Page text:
Moreover, the distinctive nature of the Olympic Games suggests that individuals may be willing to offer their services because of the opportunity to be part of a unique experience, meet with Olympic athletes, and be associated with Olympic values. Giannoulakis et al. were the first to note the importance of Olympic-related reasons in explaining individuals’ involvement in the Olympic Games as volunteers.The opportunity to gain work-related experience, to learn from the best in the event management field, and build a social network that may be beneficial for future career prospects are other significant motivational factors for volunteering at the Olympic Games.
Indeed, one of the earliest studies to assess motivation among Olympic volunteers at the Winter Olympic Games highlighted that volunteers considered job-related competence and networking among the major factors behind their participation.33 Consequently, organisers should consider the fact that long-term opportunities and career-focused tasks during Olympic volunteering may reinforce a strong volunteer base, particularly in the current economic climate where task-related experience is critical in securing employment.
Overall, field research suggests that Olympic volunteers are motivated by a variety of factors, and the impact of such factors may vary considerably from one individual to another. Some volunteers may act altruistically, motivated by a desire to contribute to their community and to the promotion of sport, while others seek to gain specific experience or pleasure from Olympic volunteering that could be beneficial in career development or in forming social networks and making friends. Consequently, this suggests a combination of factors is required to explain volunteer behaviour in sport. Thus the purpose of this study was to develop an instrument that would examine the motivation of volunteers participating in an Olympic Games context, by accounting for the different motivating factors identified in the scholarly literature.
A convenience sample of 163 volunteer-Games Makers, who were assigned the role of Olympic Family Assistants at the Park Lane, Fleet Transport Department completed an online survey during the London 2012 Olympic Games. From the 163 Games Makers who completed the questionnaires, 50.9% were male and 42.9% were educated to a degree level. The majority of volunteers were
employed full-time (49.1%), followed by retired volunteers (24.5%), students (12.3%), part-time employees (9.8%), and the unemployed (4.3%). The majority of participants were British nationals (87.1%), and between 45 to 59 years of age (28.8%), followed by 26.4% in the 60-69 age range, 19% in the 18-24 age range, 16% aged 25 to 34 years, 8.6% aged between 35 to 44 years and, lastly, 1.2% in the 70+ age range. A high engagement in sport and volunteering was demonstrated, as 66.9% of the participants stated, at the time of the survey, they participated in sports with 62% stating they were also actively volunteering for other organisations. The majority of the participants (98.8%) indicated that this was their first experience as an Olympic volunteer.
The volunteer motivation scale developed for this study included items adapted from the Volunteer Function Inventory (VSE-ISE) proposed by Bang, Alexandris, and Ross, and was validated on a sample of volunteers at the 2004 Athens Olympic Games.35 In an attempt to reflect the unique context of the Olympic Games, as an event that represents specific values, a set of items were adapted from Giannoulakis’s et al. Olympic Volunteer Motivation Scale (OVMS), that was also used at the Athens 2004 Games.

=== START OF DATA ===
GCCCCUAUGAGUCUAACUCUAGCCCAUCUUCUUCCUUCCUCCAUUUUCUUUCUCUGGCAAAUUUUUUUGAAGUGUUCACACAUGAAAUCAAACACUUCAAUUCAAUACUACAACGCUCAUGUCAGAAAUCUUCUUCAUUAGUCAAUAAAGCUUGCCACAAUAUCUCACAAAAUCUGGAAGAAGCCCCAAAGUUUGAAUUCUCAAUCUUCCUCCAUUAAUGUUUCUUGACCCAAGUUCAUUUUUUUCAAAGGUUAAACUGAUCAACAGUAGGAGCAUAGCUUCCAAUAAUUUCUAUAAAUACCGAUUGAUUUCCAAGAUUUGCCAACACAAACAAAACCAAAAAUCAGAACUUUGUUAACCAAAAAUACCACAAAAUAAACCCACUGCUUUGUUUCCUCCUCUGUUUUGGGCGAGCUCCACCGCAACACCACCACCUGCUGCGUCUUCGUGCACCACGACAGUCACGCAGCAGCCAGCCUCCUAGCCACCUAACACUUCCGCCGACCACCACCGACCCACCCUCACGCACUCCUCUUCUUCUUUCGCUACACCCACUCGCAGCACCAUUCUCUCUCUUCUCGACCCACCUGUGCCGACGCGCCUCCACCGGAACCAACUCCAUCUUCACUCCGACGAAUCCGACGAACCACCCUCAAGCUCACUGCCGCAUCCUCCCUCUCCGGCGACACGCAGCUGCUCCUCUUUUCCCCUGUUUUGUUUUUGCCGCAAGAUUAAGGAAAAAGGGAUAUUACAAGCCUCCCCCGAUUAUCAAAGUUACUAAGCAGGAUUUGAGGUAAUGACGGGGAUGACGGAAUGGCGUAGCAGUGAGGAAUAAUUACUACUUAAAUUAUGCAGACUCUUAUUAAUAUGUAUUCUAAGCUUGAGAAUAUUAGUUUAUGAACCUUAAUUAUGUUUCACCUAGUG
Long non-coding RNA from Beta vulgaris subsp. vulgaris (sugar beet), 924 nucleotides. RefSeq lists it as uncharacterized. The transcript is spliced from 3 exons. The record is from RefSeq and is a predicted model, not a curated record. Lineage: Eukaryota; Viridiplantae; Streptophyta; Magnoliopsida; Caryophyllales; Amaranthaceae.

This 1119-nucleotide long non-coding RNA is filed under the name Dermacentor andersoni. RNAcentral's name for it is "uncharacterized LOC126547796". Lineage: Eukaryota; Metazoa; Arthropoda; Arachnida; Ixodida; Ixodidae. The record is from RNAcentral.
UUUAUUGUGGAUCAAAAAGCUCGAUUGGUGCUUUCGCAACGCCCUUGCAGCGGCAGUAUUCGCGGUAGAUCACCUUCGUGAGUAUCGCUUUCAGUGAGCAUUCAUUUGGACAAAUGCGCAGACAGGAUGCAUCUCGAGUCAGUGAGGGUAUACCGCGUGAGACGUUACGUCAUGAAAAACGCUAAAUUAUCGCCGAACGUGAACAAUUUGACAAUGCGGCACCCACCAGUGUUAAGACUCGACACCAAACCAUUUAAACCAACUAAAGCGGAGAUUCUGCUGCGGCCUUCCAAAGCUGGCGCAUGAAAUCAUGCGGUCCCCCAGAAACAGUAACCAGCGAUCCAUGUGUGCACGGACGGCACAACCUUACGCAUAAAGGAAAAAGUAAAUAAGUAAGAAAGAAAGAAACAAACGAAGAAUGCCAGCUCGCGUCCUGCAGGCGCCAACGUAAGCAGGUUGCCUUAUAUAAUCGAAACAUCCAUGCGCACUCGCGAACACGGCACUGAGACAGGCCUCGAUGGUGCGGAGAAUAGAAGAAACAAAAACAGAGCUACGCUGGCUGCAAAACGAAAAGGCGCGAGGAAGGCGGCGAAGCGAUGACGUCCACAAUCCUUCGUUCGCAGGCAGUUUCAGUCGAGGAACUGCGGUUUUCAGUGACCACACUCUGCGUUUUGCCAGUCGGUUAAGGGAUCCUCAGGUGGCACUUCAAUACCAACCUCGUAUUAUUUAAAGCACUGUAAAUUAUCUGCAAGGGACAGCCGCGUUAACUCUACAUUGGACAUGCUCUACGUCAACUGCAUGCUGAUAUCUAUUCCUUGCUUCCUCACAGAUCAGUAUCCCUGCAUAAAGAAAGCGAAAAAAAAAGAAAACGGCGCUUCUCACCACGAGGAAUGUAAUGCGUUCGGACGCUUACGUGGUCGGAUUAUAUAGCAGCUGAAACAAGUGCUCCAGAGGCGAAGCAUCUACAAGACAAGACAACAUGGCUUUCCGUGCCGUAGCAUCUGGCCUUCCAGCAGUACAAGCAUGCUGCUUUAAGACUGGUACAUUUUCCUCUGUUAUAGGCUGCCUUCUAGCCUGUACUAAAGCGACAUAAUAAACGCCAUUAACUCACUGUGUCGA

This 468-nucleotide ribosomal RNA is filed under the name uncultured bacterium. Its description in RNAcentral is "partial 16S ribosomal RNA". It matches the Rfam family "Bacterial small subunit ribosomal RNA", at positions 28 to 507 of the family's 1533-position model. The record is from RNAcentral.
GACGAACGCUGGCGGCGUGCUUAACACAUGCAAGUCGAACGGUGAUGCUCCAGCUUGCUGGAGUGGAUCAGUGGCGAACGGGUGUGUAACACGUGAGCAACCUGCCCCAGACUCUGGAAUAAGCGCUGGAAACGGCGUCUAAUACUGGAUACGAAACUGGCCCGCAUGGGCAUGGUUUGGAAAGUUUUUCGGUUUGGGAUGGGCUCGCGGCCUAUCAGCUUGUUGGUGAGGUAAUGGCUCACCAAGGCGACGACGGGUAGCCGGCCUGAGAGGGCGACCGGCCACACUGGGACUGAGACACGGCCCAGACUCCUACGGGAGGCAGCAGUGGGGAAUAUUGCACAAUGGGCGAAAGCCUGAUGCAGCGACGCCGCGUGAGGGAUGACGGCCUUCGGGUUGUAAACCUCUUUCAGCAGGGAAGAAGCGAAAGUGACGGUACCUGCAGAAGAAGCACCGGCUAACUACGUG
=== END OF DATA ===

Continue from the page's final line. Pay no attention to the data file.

The motivation scale used in the current study comprised 36 items in total. The items were measured on a seven-point Likert scale indicating the level of agreement ranging from one (strongly disagree) to seven (strongly agree). Data collection took place during the London 2012 Olympic Games. The survey was distributed through an email invitation that was sent to the relevant volunteers asking
them whether they would be willing to assist the researcher in assessing the reasons behind their participation at the Games, by completing the survey.
The data analysis in this study involved principal component analysis with varimax rotation (PCA) to examine the construct validity of the adapted motivation scale and internal consistency analysis to examine the reliability of the emergent factors. The PCA resulted in a five-factor solution that explained 67% of the total variance and demonstrated satisfactory validity and reliability scores on each factor. The five extracted factors were labelled: Patriotism and Community Values; Career Orientation and Other Contingent Rewards; Love of Sport and the Olympic Games; Interpersonal Contacts; and Personal Growth. Mean Scores were also calculated for each factor to assess their importance in determining volunteers’ motivations. The predominant factors were Love of Sports and the Olympic Games, followed by the Interpersonal Contacts factor, while Career Orientation and Other Contingent Rewards was the least prevalent factor contributing to individuals’ decisions to volunteer for the Games.
The results of this study confirm the findings of the general sporting event volunteering literature, which suggests that the context of volunteer work determines volunteers’ motivations. In particular, volunteering at the Olympic Games attracts individuals with a different set of motivations compared to other sport volunteer settings.
The participants in this study were more likely to volunteer to satisfy their desire to experience a unique celebratory atmosphere, for the love of sport, and to form social networks or to meet people rather than for career benefits or other rewards. The research instrument developed in this study exhibited high internal consistency and validity and will enable future Olympic Games organisers or other international sporting event committees to measure the motivation of their volunteer resources accurately and further develop effective recruitment strategies.